African countries can be classified into four archetypes based on the resilience of their crude oil reserves and the extent of their economic dependence on oil and gas revenues. Countries with more than 50% of their projected oil production at risk in the event of a faster energy transition (achieved commitments scenario) are considered vulnerable, while those with less than 50% of their production at risk are likely to be more resilient to global shifts. This analysis primarily focuses on the competitiveness of African crude supply, given the global nature of oil demand and supply dynamics. Generally, countries with significant gas production could expect their gas reserves to be more resilient than their oil reserves under a range of energy transition scenarios. However, it is worth noting that in Africa, more than one-third of gas production is associated gas, produced as a byproduct of crude oil production. Therefore, the resilience of gas production in Africa is linked, at least partially, to the resilience of the continent’s crude oil production.
Nigeria and Angola are examples of countries heavily reliant on oil and gas production, with lower oil-resource resilience. To improve the cost competitiveness of their resources, these countries could optimize fiscal terms, address sources of cost premium, and improve the ease of doing business. Initiatives to decarbonize existing operations and encourage investment in lower-carbon energy infrastructure such as gas pipelines could strengthen the resilience of their resources. They could also diversify their energy revenues by scaling up renewable-energy projects.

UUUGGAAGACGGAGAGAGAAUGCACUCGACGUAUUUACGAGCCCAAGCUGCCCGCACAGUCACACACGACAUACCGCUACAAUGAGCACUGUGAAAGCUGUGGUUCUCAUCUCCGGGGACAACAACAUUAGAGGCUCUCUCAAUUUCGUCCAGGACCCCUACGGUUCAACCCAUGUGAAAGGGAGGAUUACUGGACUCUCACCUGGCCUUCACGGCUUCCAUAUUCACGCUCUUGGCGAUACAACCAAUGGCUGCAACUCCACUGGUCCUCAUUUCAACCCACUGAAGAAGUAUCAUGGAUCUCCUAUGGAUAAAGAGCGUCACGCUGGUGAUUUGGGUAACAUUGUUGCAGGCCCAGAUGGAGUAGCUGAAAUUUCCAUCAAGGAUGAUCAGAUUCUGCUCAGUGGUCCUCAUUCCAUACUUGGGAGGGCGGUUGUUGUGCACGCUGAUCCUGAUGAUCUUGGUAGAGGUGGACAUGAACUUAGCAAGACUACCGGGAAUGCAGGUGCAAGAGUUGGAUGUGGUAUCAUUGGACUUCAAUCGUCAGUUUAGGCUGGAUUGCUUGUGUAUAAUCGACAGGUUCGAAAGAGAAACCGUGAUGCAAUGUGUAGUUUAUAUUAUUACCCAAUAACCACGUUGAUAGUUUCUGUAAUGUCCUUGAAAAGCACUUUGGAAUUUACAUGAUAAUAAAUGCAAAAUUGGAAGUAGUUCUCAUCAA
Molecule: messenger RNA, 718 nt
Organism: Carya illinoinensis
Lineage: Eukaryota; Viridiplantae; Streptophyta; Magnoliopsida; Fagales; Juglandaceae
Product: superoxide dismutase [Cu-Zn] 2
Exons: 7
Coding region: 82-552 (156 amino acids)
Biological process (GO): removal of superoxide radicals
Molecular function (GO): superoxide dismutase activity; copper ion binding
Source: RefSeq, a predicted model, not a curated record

Senegal and Côte d’Ivoire are less reliant on oil and gas production but have oil resources that are less resilient. These countries could spur investment in renewable-energy or carbon-offset businesses while decarbonizing existing production. Egypt and Ghana have higher resource resilience and lower oil and gas revenue reliance. They could focus on protecting their already resilient reserves by decarbonizing existing operations and investing in renewable-energy businesses. Algeria and Libya have cost-competitive reserves and rely heavily on oil and gas revenues. They could prioritize reducing emissions from existing operations and diversifying energy revenues through renewable-energy investment.
Regardless of the archetype, prioritizing the sustainability of oil and gas production will be crucial. African oil and gas producing countries should focus on decarbonizing existing resource bases, increasing energy supply through lower-carbon infrastructure projects, and investing in renewable energies to position themselves optimally for the future energy landscape.